Reproductive Ethical Issues

There are few ethical issues in medicine that are more challenging than those based around reproductive issues. Personal opinions can be very strong, especially when people have differing values based on strongly held personal religious and/or cultural beliefs. This page will attempt to review several important ethical issues surrounding reproduction and discuss the different ethical principles involved in these issues. The primary principles of medical ethics Medical Ethics Medical ethics are a set of moral values that guide the decision-making of health care professionals in their daily practice. A sense of ethical responsibility has accompanied the profession of medicine since antiquity, and the Hippocratic oath was the 1st document to codify its core ethical principles. Basics of Medical Ethics include nonmaleficence, beneficence, autonomy, and justice.

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Editorial responsibility: Stanley Oiseth, Lindsay Jones, Evelin Maza

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Introduction

Principles of medical ethics Medical Ethics Medical ethics are a set of moral values that guide the decision-making of health care professionals in their daily practice. A sense of ethical responsibility has accompanied the profession of medicine since antiquity, and the Hippocratic oath was the 1st document to codify its core ethical principles. Basics of Medical Ethics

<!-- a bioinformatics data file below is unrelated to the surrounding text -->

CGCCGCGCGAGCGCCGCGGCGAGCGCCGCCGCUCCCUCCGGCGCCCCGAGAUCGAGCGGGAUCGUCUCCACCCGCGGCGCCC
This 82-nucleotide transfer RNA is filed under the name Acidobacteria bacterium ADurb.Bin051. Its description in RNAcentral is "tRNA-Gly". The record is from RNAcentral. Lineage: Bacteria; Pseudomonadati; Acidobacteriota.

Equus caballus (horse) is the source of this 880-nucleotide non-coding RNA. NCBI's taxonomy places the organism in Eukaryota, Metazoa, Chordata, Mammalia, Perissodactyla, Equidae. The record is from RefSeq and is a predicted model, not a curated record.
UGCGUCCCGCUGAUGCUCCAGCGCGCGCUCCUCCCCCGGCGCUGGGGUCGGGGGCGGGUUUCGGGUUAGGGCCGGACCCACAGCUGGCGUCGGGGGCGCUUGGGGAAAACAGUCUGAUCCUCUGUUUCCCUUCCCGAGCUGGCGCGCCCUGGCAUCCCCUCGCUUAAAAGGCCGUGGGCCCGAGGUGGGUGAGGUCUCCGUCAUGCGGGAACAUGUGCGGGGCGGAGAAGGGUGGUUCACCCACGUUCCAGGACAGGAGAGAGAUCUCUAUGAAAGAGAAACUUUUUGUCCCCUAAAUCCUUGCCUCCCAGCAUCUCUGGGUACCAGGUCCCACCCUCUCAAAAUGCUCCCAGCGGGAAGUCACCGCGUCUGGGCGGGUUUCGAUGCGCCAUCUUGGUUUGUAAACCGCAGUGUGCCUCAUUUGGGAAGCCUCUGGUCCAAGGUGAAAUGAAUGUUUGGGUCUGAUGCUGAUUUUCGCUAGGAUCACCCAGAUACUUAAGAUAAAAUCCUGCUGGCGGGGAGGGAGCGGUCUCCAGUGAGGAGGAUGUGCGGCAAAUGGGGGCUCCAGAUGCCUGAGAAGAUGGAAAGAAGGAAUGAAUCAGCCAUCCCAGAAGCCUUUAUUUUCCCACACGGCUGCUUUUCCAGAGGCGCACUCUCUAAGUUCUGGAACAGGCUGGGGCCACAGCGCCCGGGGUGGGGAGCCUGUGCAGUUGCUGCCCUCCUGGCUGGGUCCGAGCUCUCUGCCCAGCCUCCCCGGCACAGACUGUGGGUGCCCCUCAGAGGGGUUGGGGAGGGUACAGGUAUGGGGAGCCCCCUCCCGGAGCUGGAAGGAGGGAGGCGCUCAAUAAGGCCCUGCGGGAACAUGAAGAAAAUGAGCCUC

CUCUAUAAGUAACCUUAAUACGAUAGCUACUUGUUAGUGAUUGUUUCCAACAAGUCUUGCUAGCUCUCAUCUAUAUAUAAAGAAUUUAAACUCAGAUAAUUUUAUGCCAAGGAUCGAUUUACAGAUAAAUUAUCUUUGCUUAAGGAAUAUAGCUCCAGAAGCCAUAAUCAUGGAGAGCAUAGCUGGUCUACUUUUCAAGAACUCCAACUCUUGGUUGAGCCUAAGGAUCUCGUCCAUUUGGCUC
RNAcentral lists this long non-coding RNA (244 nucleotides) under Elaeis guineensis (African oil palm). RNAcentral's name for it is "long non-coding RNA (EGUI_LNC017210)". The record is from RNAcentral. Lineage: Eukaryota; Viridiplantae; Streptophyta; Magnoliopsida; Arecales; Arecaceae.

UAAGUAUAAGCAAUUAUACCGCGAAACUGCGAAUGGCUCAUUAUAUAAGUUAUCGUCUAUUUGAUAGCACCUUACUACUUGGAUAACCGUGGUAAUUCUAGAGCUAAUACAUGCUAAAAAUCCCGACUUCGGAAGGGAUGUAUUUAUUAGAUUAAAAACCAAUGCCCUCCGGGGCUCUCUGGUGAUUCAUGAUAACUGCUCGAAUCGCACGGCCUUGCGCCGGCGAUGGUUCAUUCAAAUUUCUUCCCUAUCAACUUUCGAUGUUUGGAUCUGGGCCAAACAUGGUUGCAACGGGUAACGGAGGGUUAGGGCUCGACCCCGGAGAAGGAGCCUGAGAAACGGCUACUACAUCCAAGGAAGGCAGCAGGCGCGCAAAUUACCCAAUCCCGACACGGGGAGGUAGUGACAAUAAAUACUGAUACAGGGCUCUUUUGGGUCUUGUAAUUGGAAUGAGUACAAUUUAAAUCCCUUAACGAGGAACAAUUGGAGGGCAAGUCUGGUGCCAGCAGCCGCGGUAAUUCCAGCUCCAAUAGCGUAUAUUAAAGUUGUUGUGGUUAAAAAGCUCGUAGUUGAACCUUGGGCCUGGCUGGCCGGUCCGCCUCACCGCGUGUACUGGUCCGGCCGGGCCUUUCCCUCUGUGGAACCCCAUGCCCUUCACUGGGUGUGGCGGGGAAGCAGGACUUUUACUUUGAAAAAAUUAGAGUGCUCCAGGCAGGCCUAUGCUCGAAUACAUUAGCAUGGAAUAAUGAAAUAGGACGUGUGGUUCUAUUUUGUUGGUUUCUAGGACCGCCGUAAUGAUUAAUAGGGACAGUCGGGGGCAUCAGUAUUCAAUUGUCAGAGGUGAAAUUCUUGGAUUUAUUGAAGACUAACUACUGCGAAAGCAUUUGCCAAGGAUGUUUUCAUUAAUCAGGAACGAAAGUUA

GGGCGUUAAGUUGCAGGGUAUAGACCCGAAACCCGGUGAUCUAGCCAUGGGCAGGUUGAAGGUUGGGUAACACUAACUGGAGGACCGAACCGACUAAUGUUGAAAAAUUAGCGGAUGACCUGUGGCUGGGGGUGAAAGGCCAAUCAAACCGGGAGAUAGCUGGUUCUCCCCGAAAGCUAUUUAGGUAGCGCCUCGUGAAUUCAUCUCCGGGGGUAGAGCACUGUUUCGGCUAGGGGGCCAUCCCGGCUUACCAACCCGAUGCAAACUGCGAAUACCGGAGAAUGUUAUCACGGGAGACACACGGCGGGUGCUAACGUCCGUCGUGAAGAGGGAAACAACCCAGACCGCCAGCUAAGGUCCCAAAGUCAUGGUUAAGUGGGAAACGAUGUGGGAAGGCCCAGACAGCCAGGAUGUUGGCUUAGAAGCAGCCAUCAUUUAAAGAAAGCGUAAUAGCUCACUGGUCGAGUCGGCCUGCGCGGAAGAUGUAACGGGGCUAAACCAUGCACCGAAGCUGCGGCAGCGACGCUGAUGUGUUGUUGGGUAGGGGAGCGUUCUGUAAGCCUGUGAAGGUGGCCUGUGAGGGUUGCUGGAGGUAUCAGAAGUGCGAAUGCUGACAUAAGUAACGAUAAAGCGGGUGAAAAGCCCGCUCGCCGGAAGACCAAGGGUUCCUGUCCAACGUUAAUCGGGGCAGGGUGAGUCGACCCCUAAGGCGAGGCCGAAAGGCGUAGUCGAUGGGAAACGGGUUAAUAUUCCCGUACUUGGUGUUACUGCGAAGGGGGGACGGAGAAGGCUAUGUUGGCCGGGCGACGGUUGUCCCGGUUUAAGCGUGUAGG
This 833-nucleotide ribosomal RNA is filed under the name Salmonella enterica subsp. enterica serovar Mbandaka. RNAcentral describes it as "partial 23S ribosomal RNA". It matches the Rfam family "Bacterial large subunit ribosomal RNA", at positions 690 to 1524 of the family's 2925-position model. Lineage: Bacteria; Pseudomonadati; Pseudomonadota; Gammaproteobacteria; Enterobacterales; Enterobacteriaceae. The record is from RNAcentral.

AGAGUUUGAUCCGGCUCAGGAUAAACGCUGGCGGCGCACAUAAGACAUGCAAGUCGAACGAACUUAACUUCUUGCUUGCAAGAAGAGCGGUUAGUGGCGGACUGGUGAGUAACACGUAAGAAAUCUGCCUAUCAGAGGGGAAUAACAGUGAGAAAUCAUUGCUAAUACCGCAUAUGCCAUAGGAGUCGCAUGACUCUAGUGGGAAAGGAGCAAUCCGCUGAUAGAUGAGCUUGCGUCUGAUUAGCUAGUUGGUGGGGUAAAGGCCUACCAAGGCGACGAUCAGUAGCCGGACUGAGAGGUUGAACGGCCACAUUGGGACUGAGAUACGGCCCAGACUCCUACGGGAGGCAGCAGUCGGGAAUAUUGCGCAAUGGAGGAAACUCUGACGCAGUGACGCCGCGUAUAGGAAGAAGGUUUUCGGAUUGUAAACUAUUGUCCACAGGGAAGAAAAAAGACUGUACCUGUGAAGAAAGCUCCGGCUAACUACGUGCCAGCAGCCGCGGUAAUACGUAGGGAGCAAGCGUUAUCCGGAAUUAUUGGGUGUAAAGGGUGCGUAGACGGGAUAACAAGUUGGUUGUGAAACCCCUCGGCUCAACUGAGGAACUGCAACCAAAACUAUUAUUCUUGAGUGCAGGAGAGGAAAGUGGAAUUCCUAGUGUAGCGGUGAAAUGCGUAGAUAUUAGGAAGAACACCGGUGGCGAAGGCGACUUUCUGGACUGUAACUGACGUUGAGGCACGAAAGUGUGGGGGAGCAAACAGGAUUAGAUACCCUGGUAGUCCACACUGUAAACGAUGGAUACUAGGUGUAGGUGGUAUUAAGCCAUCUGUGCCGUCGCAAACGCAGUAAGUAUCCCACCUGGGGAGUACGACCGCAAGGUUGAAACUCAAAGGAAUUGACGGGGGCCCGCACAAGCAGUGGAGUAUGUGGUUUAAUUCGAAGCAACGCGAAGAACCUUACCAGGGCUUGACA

Although others do exist, there are 4 major principles primarily referenced in medical ethics Medical Ethics Medical ethics are a set of moral values that guide the decision-making of health care professionals in their daily practice. A sense of ethical responsibility has accompanied the profession of medicine since antiquity, and the Hippocratic oath was the 1st document to codify its core ethical principles. Basics of Medical Ethics:

  1. Nonmaleficence: Do no harm.
  2. Beneficence: Do good.
  3. Autonomy: Patients have the right to self-determination.
  4. Justice: Is it fair?

Medical ethical dilemmas versus personal ethical dilemmas

In general, medical ethical dilemmas are situations in which opposing arguments can be made using the 4 main principles of medical ethics Medical Ethics Medical ethics are a set of moral values that guide the decision-making of health care professionals in their daily practice. A sense of ethical responsibility has accompanied the profession of medicine since antiquity, and the Hippocratic oath was the 1st document to codify its core ethical principles. Basics of Medical Ethics.

Example: Jehovah’s Witnesses will often refuse blood transfusions because they have a religious objection to them.

  • The medical ethical dilemma is that the patient has the right to refuse treatment (autonomy), but this decision may cause them harm (violates the principle of nonmaleficence). 
  • Generally speaking, autonomy wins—The patient should not get the blood transfusion.